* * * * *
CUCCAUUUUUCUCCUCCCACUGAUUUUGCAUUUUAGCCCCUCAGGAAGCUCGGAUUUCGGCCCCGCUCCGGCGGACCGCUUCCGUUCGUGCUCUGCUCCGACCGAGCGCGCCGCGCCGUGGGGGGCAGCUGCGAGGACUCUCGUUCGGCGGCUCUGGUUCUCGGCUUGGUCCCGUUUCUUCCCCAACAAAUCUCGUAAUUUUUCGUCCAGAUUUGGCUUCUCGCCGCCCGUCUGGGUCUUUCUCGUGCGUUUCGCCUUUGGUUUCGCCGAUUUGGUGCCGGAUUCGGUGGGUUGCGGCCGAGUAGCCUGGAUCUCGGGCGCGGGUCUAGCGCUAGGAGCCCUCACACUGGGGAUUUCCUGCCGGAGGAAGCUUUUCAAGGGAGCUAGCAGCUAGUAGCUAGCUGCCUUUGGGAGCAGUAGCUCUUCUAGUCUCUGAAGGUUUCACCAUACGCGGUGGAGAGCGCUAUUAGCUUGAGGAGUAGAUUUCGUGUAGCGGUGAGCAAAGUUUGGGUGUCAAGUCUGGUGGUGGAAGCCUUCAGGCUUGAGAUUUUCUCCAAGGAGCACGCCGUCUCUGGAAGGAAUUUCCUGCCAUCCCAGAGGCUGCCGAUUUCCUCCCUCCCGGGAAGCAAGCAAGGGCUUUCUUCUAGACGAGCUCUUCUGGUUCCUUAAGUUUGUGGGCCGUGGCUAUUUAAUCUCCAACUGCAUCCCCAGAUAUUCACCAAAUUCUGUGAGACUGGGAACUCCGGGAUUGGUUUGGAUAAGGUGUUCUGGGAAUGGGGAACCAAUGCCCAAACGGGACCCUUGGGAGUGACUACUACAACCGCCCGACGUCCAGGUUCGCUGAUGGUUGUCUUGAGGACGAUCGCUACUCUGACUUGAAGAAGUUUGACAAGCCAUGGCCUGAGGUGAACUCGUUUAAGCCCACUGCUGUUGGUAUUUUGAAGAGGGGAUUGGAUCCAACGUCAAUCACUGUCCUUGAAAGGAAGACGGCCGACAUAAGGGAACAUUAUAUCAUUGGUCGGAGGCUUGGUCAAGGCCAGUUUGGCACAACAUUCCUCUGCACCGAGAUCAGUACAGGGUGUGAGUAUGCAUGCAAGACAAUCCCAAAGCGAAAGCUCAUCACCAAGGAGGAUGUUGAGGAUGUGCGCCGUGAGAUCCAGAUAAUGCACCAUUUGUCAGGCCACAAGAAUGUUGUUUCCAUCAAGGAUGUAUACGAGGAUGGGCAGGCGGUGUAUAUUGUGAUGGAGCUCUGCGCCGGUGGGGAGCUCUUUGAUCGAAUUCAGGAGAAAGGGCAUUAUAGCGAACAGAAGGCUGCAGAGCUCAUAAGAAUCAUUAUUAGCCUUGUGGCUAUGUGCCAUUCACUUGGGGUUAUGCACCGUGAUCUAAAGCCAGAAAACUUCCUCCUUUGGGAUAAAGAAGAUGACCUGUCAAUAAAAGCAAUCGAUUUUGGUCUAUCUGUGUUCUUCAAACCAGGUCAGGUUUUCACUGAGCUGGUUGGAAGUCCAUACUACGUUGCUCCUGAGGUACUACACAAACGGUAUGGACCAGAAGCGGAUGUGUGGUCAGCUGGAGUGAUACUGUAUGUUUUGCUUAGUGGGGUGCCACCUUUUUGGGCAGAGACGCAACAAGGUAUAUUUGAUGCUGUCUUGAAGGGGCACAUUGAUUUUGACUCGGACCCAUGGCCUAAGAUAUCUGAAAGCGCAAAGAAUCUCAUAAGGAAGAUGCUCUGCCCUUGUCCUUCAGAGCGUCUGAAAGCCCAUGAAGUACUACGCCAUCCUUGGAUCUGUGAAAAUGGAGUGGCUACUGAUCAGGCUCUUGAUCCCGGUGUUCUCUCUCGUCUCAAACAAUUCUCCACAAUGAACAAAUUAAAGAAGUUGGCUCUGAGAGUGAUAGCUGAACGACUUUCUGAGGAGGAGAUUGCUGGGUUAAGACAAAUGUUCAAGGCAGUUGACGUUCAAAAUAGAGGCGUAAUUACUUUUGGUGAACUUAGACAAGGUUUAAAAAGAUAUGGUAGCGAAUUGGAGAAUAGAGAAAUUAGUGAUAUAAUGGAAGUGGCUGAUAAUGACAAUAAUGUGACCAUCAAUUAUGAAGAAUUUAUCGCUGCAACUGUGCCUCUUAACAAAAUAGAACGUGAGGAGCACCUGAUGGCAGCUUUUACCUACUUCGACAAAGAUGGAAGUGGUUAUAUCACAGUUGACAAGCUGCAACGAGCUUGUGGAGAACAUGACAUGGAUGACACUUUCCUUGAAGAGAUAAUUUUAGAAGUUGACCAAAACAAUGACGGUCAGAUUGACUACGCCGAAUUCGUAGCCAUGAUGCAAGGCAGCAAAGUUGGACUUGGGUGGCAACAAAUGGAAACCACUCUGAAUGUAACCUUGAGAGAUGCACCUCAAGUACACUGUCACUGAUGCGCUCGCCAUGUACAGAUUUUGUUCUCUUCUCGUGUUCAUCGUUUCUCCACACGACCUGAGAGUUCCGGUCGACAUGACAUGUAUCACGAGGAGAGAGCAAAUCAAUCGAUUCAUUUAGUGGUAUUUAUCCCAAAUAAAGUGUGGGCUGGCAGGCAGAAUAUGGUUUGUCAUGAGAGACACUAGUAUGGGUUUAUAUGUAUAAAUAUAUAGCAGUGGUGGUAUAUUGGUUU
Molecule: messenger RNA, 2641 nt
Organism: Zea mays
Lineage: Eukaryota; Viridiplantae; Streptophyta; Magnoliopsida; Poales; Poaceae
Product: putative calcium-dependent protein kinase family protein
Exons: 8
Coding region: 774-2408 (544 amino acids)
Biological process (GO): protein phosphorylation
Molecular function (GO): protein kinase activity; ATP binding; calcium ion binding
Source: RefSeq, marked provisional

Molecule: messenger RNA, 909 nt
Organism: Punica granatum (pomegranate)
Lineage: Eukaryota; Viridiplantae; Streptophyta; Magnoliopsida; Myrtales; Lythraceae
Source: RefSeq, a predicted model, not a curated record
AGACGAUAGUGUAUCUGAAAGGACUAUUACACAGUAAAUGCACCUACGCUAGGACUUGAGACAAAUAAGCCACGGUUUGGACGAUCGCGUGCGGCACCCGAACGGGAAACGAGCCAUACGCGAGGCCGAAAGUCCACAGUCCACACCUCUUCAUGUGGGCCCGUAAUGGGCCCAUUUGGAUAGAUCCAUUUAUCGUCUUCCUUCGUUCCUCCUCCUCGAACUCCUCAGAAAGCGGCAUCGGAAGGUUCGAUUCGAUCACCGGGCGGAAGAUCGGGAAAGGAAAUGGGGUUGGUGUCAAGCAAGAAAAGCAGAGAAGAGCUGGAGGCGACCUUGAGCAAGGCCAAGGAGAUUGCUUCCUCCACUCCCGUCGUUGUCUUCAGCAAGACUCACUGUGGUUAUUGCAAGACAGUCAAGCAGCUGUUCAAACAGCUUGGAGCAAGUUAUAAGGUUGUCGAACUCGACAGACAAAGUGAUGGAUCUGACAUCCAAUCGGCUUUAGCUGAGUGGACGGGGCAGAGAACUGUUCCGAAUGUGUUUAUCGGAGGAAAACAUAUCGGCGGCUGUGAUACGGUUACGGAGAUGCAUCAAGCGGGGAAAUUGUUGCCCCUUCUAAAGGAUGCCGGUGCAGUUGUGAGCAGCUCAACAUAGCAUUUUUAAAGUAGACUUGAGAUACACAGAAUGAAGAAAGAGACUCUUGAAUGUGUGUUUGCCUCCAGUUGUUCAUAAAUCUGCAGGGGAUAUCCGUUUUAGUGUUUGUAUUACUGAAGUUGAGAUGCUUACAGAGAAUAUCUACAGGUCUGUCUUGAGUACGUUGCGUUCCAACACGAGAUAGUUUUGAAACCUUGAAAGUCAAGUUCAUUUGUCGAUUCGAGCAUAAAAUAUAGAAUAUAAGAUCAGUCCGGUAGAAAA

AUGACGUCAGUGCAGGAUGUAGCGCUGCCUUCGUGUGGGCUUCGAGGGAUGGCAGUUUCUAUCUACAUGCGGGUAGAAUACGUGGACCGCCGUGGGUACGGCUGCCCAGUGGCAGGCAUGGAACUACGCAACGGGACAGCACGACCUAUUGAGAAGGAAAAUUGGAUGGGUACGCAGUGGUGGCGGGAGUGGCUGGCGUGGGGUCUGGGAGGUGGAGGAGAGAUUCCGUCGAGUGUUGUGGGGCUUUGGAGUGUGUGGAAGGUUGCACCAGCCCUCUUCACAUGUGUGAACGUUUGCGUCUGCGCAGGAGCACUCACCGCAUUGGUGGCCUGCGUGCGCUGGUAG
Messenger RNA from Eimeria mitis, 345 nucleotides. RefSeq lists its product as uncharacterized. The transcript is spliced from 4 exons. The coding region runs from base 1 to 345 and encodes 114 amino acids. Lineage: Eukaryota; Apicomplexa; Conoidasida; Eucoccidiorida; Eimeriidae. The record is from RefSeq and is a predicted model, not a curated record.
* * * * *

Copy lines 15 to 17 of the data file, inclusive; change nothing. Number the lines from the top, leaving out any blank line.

AGACGAUAGUGUAUCUGAAAGGACUAUUACACAGUAAAUGCACCUACGCUAGGACUUGAGACAAAUAAGCCACGGUUUGGACGAUCGCGUGCGGCACCCGAACGGGAAACGAGCCAUACGCGAGGCCGAAAGUCCACAGUCCACACCUCUUCAUGUGGGCCCGUAAUGGGCCCAUUUGGAUAGAUCCAUUUAUCGUCUUCCUUCGUUCCUCCUCCUCGAACUCCUCAGAAAGCGGCAUCGGAAGGUUCGAUUCGAUCACCGGGCGGAAGAUCGGGAAAGGAAAUGGGGUUGGUGUCAAGCAAGAAAAGCAGAGAAGAGCUGGAGGCGACCUUGAGCAAGGCCAAGGAGAUUGCUUCCUCCACUCCCGUCGUUGUCUUCAGCAAGACUCACUGUGGUUAUUGCAAGACAGUCAAGCAGCUGUUCAAACAGCUUGGAGCAAGUUAUAAGGUUGUCGAACUCGACAGACAAAGUGAUGGAUCUGACAUCCAAUCGGCUUUAGCUGAGUGGACGGGGCAGAGAACUGUUCCGAAUGUGUUUAUCGGAGGAAAACAUAUCGGCGGCUGUGAUACGGUUACGGAGAUGCAUCAAGCGGGGAAAUUGUUGCCCCUUCUAAAGGAUGCCGGUGCAGUUGUGAGCAGCUCAACAUAGCAUUUUUAAAGUAGACUUGAGAUACACAGAAUGAAGAAAGAGACUCUUGAAUGUGUGUUUGCCUCCAGUUGUUCAUAAAUCUGCAGGGGAUAUCCGUUUUAGUGUUUGUAUUACUGAAGUUGAGAUGCUUACAGAGAAUAUCUACAGGUCUGUCUUGAGUACGUUGCGUUCCAACACGAGAUAGUUUUGAAACCUUGAAAGUCAAGUUCAUUUGUCGAUUCGAGCAUAAAAUAUAGAAUAUAAGAUCAGUCCGGUAGAAAA

AUGACGUCAGUGCAGGAUGUAGCGCUGCCUUCGUGUGGGCUUCGAGGGAUGGCAGUUUCUAUCUACAUGCGGGUAGAAUACGUGGACCGCCGUGGGUACGGCUGCCCAGUGGCAGGCAUGGAACUACGCAACGGGACAGCACGACCUAUUGAGAAGGAAAAUUGGAUGGGUACGCAGUGGUGGCGGGAGUGGCUGGCGUGGGGUCUGGGAGGUGGAGGAGAGAUUCCGUCGAGUGUUGUGGGGCUUUGGAGUGUGUGGAAGGUUGCACCAGCCCUCUUCACAUGUGUGAACGUUUGCGUCUGCGCAGGAGCACUCACCGCAUUGGUGGCCUGCGUGCGCUGGUAG
Messenger RNA from Eimeria mitis, 345 nucleotides. RefSeq lists its product as uncharacterized. The transcript is spliced from 4 exons. The coding region runs from base 1 to 345 and encodes 114 amino acids. Lineage: Eukaryota; Apicomplexa; Conoidasida; Eucoccidiorida; Eimeriidae. The record is from RefSeq and is a predicted model, not a curated record.